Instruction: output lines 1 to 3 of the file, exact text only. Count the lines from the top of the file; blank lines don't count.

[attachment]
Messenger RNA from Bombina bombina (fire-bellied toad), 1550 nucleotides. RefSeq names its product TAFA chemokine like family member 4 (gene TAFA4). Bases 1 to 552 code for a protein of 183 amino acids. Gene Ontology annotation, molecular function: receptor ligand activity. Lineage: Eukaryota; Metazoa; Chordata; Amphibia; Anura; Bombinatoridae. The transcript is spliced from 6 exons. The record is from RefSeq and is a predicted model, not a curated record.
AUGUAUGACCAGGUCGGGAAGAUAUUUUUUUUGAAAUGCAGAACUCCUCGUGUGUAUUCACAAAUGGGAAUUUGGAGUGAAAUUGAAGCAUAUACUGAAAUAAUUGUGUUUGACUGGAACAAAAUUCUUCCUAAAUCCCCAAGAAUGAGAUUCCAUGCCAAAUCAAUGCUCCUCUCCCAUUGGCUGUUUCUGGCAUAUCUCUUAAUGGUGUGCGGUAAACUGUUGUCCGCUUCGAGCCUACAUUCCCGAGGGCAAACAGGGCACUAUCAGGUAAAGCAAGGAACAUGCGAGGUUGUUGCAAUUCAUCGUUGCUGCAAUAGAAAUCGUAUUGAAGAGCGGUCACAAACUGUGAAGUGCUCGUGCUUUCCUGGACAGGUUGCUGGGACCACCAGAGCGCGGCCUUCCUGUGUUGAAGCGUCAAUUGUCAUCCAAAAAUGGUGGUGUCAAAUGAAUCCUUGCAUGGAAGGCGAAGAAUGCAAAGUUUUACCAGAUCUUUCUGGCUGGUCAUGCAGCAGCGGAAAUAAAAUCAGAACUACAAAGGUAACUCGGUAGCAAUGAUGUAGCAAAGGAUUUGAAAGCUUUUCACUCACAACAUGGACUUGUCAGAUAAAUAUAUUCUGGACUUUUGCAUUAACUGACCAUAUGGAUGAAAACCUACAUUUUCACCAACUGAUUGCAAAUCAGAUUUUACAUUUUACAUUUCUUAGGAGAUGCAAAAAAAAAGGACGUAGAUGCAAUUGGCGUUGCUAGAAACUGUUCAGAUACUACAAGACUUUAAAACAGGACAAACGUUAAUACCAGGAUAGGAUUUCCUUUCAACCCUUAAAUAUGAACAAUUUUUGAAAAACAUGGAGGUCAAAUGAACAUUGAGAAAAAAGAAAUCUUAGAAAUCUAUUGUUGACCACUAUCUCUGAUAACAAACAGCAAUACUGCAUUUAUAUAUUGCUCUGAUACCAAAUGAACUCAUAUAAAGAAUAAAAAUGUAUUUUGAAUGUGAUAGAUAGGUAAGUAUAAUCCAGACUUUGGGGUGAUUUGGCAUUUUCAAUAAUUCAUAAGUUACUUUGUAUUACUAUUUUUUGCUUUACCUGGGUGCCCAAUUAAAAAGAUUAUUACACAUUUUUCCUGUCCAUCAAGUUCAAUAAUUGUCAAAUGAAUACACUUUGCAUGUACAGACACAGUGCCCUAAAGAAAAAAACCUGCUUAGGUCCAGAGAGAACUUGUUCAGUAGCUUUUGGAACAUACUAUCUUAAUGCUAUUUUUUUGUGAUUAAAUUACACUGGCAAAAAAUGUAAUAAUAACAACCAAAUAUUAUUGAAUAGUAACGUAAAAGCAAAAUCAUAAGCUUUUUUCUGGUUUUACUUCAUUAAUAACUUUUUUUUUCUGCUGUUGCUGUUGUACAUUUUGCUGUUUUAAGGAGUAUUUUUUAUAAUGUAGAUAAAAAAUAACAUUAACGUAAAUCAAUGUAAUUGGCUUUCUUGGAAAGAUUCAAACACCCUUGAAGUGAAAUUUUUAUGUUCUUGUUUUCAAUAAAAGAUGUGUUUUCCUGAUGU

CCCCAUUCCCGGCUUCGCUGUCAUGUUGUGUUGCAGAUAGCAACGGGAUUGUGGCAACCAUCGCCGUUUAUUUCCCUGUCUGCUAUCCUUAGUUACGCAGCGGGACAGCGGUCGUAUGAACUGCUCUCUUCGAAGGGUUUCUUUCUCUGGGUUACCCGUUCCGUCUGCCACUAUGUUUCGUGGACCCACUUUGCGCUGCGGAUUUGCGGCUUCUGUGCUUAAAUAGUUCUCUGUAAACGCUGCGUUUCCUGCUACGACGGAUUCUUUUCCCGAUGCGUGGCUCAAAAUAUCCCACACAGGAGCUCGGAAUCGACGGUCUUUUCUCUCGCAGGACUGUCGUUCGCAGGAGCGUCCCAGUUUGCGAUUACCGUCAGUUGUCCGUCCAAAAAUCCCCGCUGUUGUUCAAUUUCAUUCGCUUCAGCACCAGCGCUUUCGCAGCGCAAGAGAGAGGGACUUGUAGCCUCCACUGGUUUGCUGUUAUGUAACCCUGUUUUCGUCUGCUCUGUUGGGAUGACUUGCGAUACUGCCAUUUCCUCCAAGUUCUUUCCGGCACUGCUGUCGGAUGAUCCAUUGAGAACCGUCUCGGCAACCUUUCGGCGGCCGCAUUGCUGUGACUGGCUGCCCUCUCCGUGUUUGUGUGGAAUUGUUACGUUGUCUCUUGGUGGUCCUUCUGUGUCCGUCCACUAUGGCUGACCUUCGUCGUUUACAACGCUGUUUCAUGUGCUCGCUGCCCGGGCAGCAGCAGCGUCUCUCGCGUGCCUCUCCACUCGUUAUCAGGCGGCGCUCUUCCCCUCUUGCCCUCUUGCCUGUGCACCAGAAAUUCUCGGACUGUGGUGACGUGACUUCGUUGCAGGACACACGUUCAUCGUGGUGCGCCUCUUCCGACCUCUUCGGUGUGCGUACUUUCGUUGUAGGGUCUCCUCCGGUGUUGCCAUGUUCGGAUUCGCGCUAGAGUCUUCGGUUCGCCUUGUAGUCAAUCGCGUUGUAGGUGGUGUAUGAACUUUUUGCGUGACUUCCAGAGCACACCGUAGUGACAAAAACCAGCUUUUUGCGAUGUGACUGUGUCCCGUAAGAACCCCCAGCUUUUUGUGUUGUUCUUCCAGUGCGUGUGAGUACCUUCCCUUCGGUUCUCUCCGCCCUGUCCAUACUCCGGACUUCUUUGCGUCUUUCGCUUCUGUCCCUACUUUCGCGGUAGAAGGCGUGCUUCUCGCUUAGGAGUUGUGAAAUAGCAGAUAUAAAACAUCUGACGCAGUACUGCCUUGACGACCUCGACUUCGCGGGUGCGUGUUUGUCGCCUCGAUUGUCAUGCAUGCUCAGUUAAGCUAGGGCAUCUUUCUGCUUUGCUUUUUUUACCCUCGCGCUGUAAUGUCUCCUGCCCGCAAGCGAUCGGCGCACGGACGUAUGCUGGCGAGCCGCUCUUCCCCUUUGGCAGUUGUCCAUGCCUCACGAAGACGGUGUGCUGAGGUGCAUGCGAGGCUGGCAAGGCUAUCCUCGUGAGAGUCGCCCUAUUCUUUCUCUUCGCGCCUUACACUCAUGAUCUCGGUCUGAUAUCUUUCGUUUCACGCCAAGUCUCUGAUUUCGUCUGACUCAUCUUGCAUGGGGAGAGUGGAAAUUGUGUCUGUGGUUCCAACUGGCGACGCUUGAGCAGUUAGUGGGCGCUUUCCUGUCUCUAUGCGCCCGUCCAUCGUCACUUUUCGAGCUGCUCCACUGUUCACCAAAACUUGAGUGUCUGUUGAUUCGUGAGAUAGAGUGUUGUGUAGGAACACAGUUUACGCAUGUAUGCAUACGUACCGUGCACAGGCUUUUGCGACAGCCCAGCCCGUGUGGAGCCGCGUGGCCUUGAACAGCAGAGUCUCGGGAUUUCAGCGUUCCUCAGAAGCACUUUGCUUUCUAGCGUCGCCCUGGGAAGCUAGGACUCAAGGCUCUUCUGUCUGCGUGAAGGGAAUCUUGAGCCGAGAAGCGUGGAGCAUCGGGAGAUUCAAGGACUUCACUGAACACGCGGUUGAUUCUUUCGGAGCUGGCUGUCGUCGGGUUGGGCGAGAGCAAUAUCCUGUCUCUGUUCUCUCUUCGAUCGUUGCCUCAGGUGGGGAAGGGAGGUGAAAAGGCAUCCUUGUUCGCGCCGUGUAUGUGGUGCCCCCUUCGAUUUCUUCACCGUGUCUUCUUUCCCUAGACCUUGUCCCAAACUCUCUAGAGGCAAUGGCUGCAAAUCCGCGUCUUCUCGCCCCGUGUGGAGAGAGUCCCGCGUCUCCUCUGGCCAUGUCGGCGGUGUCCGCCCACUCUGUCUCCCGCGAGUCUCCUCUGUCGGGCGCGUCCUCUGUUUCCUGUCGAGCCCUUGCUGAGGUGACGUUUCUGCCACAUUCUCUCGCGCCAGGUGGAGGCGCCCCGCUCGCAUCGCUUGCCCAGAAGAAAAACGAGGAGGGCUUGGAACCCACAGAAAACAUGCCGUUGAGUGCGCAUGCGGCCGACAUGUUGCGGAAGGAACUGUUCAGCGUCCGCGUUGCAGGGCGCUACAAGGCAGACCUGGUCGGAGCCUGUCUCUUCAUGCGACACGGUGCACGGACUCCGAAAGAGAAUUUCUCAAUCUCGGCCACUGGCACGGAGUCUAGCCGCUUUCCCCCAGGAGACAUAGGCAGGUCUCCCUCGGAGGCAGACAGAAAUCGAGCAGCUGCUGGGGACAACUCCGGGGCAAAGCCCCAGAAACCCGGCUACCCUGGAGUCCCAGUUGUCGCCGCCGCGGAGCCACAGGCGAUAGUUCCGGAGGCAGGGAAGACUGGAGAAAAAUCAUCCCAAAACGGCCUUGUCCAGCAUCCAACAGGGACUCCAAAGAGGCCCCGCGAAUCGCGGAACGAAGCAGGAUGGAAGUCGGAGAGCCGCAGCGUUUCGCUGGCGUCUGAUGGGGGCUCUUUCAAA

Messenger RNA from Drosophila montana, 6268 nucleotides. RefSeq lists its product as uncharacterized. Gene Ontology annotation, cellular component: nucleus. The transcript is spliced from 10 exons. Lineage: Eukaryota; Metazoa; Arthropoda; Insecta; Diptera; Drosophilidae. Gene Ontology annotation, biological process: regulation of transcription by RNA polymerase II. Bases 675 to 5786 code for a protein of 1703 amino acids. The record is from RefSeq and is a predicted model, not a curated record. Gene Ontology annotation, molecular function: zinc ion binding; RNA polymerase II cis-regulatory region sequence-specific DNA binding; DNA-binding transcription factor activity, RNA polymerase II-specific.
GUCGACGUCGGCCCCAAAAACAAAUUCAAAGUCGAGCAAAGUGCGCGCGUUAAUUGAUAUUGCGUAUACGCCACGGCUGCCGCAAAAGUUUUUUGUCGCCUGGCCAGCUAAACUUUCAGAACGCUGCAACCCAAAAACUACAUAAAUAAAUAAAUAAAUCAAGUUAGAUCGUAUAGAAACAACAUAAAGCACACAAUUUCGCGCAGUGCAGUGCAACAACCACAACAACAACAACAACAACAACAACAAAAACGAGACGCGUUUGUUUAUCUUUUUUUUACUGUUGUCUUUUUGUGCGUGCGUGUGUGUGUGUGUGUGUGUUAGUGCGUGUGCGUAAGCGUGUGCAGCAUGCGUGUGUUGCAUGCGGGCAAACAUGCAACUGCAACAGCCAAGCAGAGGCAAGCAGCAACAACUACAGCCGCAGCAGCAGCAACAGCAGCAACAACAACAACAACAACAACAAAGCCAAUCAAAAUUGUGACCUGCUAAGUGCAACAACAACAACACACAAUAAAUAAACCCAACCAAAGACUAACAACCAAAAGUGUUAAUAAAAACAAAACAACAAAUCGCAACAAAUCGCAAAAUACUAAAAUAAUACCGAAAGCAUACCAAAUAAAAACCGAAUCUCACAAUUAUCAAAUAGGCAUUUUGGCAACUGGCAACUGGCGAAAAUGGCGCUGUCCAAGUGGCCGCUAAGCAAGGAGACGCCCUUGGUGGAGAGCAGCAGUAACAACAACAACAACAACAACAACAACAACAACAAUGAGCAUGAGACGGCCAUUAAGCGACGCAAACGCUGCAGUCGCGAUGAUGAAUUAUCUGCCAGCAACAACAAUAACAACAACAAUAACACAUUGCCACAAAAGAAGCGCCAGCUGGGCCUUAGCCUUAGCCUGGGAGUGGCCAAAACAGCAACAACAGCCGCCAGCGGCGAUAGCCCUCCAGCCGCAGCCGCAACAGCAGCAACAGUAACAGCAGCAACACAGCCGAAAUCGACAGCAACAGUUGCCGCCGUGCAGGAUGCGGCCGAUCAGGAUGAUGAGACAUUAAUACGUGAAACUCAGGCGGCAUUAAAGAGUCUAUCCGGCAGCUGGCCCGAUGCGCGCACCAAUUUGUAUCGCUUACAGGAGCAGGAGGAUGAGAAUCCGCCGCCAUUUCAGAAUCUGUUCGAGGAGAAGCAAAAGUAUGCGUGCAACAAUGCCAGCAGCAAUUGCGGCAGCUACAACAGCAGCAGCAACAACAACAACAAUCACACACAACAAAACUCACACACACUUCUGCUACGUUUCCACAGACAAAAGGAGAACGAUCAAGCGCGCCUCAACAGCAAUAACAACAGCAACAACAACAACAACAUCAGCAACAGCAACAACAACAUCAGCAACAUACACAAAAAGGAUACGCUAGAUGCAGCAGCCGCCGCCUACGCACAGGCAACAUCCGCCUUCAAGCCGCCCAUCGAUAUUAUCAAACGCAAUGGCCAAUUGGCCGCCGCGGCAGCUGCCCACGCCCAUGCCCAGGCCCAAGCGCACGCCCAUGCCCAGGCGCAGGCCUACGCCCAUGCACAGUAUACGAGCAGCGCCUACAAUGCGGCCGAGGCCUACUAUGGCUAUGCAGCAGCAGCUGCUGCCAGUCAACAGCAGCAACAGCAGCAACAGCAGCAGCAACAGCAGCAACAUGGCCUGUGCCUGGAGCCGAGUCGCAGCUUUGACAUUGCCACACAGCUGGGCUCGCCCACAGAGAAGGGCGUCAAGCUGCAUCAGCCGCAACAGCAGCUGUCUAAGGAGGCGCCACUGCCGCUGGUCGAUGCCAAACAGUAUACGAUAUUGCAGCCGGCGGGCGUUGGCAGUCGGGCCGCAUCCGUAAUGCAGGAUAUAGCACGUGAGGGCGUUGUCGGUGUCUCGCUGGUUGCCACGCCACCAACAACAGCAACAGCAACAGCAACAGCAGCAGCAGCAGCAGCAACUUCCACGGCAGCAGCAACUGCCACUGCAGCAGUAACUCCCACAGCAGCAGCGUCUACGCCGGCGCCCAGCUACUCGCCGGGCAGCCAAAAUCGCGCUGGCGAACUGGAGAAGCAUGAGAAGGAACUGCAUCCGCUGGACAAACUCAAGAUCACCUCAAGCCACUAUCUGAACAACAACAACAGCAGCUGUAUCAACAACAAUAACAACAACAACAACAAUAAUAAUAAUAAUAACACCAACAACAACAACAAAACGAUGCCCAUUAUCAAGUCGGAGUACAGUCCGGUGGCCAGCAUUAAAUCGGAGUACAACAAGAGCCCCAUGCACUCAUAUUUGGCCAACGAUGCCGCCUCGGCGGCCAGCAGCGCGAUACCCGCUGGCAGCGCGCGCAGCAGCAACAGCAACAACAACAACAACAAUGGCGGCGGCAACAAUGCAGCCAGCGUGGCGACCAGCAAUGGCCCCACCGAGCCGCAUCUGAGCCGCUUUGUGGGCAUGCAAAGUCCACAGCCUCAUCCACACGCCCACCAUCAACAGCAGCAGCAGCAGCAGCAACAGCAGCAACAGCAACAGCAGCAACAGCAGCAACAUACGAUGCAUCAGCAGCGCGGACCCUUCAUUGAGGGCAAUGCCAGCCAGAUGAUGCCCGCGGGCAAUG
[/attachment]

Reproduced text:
Messenger RNA from Bombina bombina (fire-bellied toad), 1550 nucleotides. RefSeq names its product TAFA chemokine like family member 4 (gene TAFA4). Bases 1 to 552 code for a protein of 183 amino acids. Gene Ontology annotation, molecular function: receptor ligand activity. Lineage: Eukaryota; Metazoa; Chordata; Amphibia; Anura; Bombinatoridae. The transcript is spliced from 6 exons. The record is from RefSeq and is a predicted model, not a curated record.
AUGUAUGACCAGGUCGGGAAGAUAUUUUUUUUGAAAUGCAGAACUCCUCGUGUGUAUUCACAAAUGGGAAUUUGGAGUGAAAUUGAAGCAUAUACUGAAAUAAUUGUGUUUGACUGGAACAAAAUUCUUCCUAAAUCCCCAAGAAUGAGAUUCCAUGCCAAAUCAAUGCUCCUCUCCCAUUGGCUGUUUCUGGCAUAUCUCUUAAUGGUGUGCGGUAAACUGUUGUCCGCUUCGAGCCUACAUUCCCGAGGGCAAACAGGGCACUAUCAGGUAAAGCAAGGAACAUGCGAGGUUGUUGCAAUUCAUCGUUGCUGCAAUAGAAAUCGUAUUGAAGAGCGGUCACAAACUGUGAAGUGCUCGUGCUUUCCUGGACAGGUUGCUGGGACCACCAGAGCGCGGCCUUCCUGUGUUGAAGCGUCAAUUGUCAUCCAAAAAUGGUGGUGUCAAAUGAAUCCUUGCAUGGAAGGCGAAGAAUGCAAAGUUUUACCAGAUCUUUCUGGCUGGUCAUGCAGCAGCGGAAAUAAAAUCAGAACUACAAAGGUAACUCGGUAGCAAUGAUGUAGCAAAGGAUUUGAAAGCUUUUCACUCACAACAUGGACUUGUCAGAUAAAUAUAUUCUGGACUUUUGCAUUAACUGACCAUAUGGAUGAAAACCUACAUUUUCACCAACUGAUUGCAAAUCAGAUUUUACAUUUUACAUUUCUUAGGAGAUGCAAAAAAAAAGGACGUAGAUGCAAUUGGCGUUGCUAGAAACUGUUCAGAUACUACAAGACUUUAAAACAGGACAAACGUUAAUACCAGGAUAGGAUUUCCUUUCAACCCUUAAAUAUGAACAAUUUUUGAAAAACAUGGAGGUCAAAUGAACAUUGAGAAAAAAGAAAUCUUAGAAAUCUAUUGUUGACCACUAUCUCUGAUAACAAACAGCAAUACUGCAUUUAUAUAUUGCUCUGAUACCAAAUGAACUCAUAUAAAGAAUAAAAAUGUAUUUUGAAUGUGAUAGAUAGGUAAGUAUAAUCCAGACUUUGGGGUGAUUUGGCAUUUUCAAUAAUUCAUAAGUUACUUUGUAUUACUAUUUUUUGCUUUACCUGGGUGCCCAAUUAAAAAGAUUAUUACACAUUUUUCCUGUCCAUCAAGUUCAAUAAUUGUCAAAUGAAUACACUUUGCAUGUACAGACACAGUGCCCUAAAGAAAAAAACCUGCUUAGGUCCAGAGAGAACUUGUUCAGUAGCUUUUGGAACAUACUAUCUUAAUGCUAUUUUUUUGUGAUUAAAUUACACUGGCAAAAAAUGUAAUAAUAACAACCAAAUAUUAUUGAAUAGUAACGUAAAAGCAAAAUCAUAAGCUUUUUUCUGGUUUUACUUCAUUAAUAACUUUUUUUUUCUGCUGUUGCUGUUGUACAUUUUGCUGUUUUAAGGAGUAUUUUUUAUAAUGUAGAUAAAAAAUAACAUUAACGUAAAUCAAUGUAAUUGGCUUUCUUGGAAAGAUUCAAACACCCUUGAAGUGAAAUUUUUAUGUUCUUGUUUUCAAUAAAAGAUGUGUUUUCCUGAUGU

CCCCAUUCCCGGCUUCGCUGUCAUGUUGUGUUGCAGAUAGCAACGGGAUUGUGGCAACCAUCGCCGUUUAUUUCCCUGUCUGCUAUCCUUAGUUACGCAGCGGGACAGCGGUCGUAUGAACUGCUCUCUUCGAAGGGUUUCUUUCUCUGGGUUACCCGUUCCGUCUGCCACUAUGUUUCGUGGACCCACUUUGCGCUGCGGAUUUGCGGCUUCUGUGCUUAAAUAGUUCUCUGUAAACGCUGCGUUUCCUGCUACGACGGAUUCUUUUCCCGAUGCGUGGCUCAAAAUAUCCCACACAGGAGCUCGGAAUCGACGGUCUUUUCUCUCGCAGGACUGUCGUUCGCAGGAGCGUCCCAGUUUGCGAUUACCGUCAGUUGUCCGUCCAAAAAUCCCCGCUGUUGUUCAAUUUCAUUCGCUUCAGCACCAGCGCUUUCGCAGCGCAAGAGAGAGGGACUUGUAGCCUCCACUGGUUUGCUGUUAUGUAACCCUGUUUUCGUCUGCUCUGUUGGGAUGACUUGCGAUACUGCCAUUUCCUCCAAGUUCUUUCCGGCACUGCUGUCGGAUGAUCCAUUGAGAACCGUCUCGGCAACCUUUCGGCGGCCGCAUUGCUGUGACUGGCUGCCCUCUCCGUGUUUGUGUGGAAUUGUUACGUUGUCUCUUGGUGGUCCUUCUGUGUCCGUCCACUAUGGCUGACCUUCGUCGUUUACAACGCUGUUUCAUGUGCUCGCUGCCCGGGCAGCAGCAGCGUCUCUCGCGUGCCUCUCCACUCGUUAUCAGGCGGCGCUCUUCCCCUCUUGCCCUCUUGCCUGUGCACCAGAAAUUCUCGGACUGUGGUGACGUGACUUCGUUGCAGGACACACGUUCAUCGUGGUGCGCCUCUUCCGACCUCUUCGGUGUGCGUACUUUCGUUGUAGGGUCUCCUCCGGUGUUGCCAUGUUCGGAUUCGCGCUAGAGUCUUCGGUUCGCCUUGUAGUCAAUCGCGUUGUAGGUGGUGUAUGAACUUUUUGCGUGACUUCCAGAGCACACCGUAGUGACAAAAACCAGCUUUUUGCGAUGUGACUGUGUCCCGUAAGAACCCCCAGCUUUUUGUGUUGUUCUUCCAGUGCGUGUGAGUACCUUCCCUUCGGUUCUCUCCGCCCUGUCCAUACUCCGGACUUCUUUGCGUCUUUCGCUUCUGUCCCUACUUUCGCGGUAGAAGGCGUGCUUCUCGCUUAGGAGUUGUGAAAUAGCAGAUAUAAAACAUCUGACGCAGUACUGCCUUGACGACCUCGACUUCGCGGGUGCGUGUUUGUCGCCUCGAUUGUCAUGCAUGCUCAGUUAAGCUAGGGCAUCUUUCUGCUUUGCUUUUUUUACCCUCGCGCUGUAAUGUCUCCUGCCCGCAAGCGAUCGGCGCACGGACGUAUGCUGGCGAGCCGCUCUUCCCCUUUGGCAGUUGUCCAUGCCUCACGAAGACGGUGUGCUGAGGUGCAUGCGAGGCUGGCAAGGCUAUCCUCGUGAGAGUCGCCCUAUUCUUUCUCUUCGCGCCUUACACUCAUGAUCUCGGUCUGAUAUCUUUCGUUUCACGCCAAGUCUCUGAUUUCGUCUGACUCAUCUUGCAUGGGGAGAGUGGAAAUUGUGUCUGUGGUUCCAACUGGCGACGCUUGAGCAGUUAGUGGGCGCUUUCCUGUCUCUAUGCGCCCGUCCAUCGUCACUUUUCGAGCUGCUCCACUGUUCACCAAAACUUGAGUGUCUGUUGAUUCGUGAGAUAGAGUGUUGUGUAGGAACACAGUUUACGCAUGUAUGCAUACGUACCGUGCACAGGCUUUUGCGACAGCCCAGCCCGUGUGGAGCCGCGUGGCCUUGAACAGCAGAGUCUCGGGAUUUCAGCGUUCCUCAGAAGCACUUUGCUUUCUAGCGUCGCCCUGGGAAGCUAGGACUCAAGGCUCUUCUGUCUGCGUGAAGGGAAUCUUGAGCCGAGAAGCGUGGAGCAUCGGGAGAUUCAAGGACUUCACUGAACACGCGGUUGAUUCUUUCGGAGCUGGCUGUCGUCGGGUUGGGCGAGAGCAAUAUCCUGUCUCUGUUCUCUCUUCGAUCGUUGCCUCAGGUGGGGAAGGGAGGUGAAAAGGCAUCCUUGUUCGCGCCGUGUAUGUGGUGCCCCCUUCGAUUUCUUCACCGUGUCUUCUUUCCCUAGACCUUGUCCCAAACUCUCUAGAGGCAAUGGCUGCAAAUCCGCGUCUUCUCGCCCCGUGUGGAGAGAGUCCCGCGUCUCCUCUGGCCAUGUCGGCGGUGUCCGCCCACUCUGUCUCCCGCGAGUCUCCUCUGUCGGGCGCGUCCUCUGUUUCCUGUCGAGCCCUUGCUGAGGUGACGUUUCUGCCACAUUCUCUCGCGCCAGGUGGAGGCGCCCCGCUCGCAUCGCUUGCCCAGAAGAAAAACGAGGAGGGCUUGGAACCCACAGAAAACAUGCCGUUGAGUGCGCAUGCGGCCGACAUGUUGCGGAAGGAACUGUUCAGCGUCCGCGUUGCAGGGCGCUACAAGGCAGACCUGGUCGGAGCCUGUCUCUUCAUGCGACACGGUGCACGGACUCCGAAAGAGAAUUUCUCAAUCUCGGCCACUGGCACGGAGUCUAGCCGCUUUCCCCCAGGAGACAUAGGCAGGUCUCCCUCGGAGGCAGACAGAAAUCGAGCAGCUGCUGGGGACAACUCCGGGGCAAAGCCCCAGAAACCCGGCUACCCUGGAGUCCCAGUUGUCGCCGCCGCGGAGCCACAGGCGAUAGUUCCGGAGGCAGGGAAGACUGGAGAAAAAUCAUCCCAAAACGGCCUUGUCCAGCAUCCAACAGGGACUCCAAAGAGGCCCCGCGAAUCGCGGAACGAAGCAGGAUGGAAGUCGGAGAGCCGCAGCGUUUCGCUGGCGUCUGAUGGGGGCUCUUUCAAA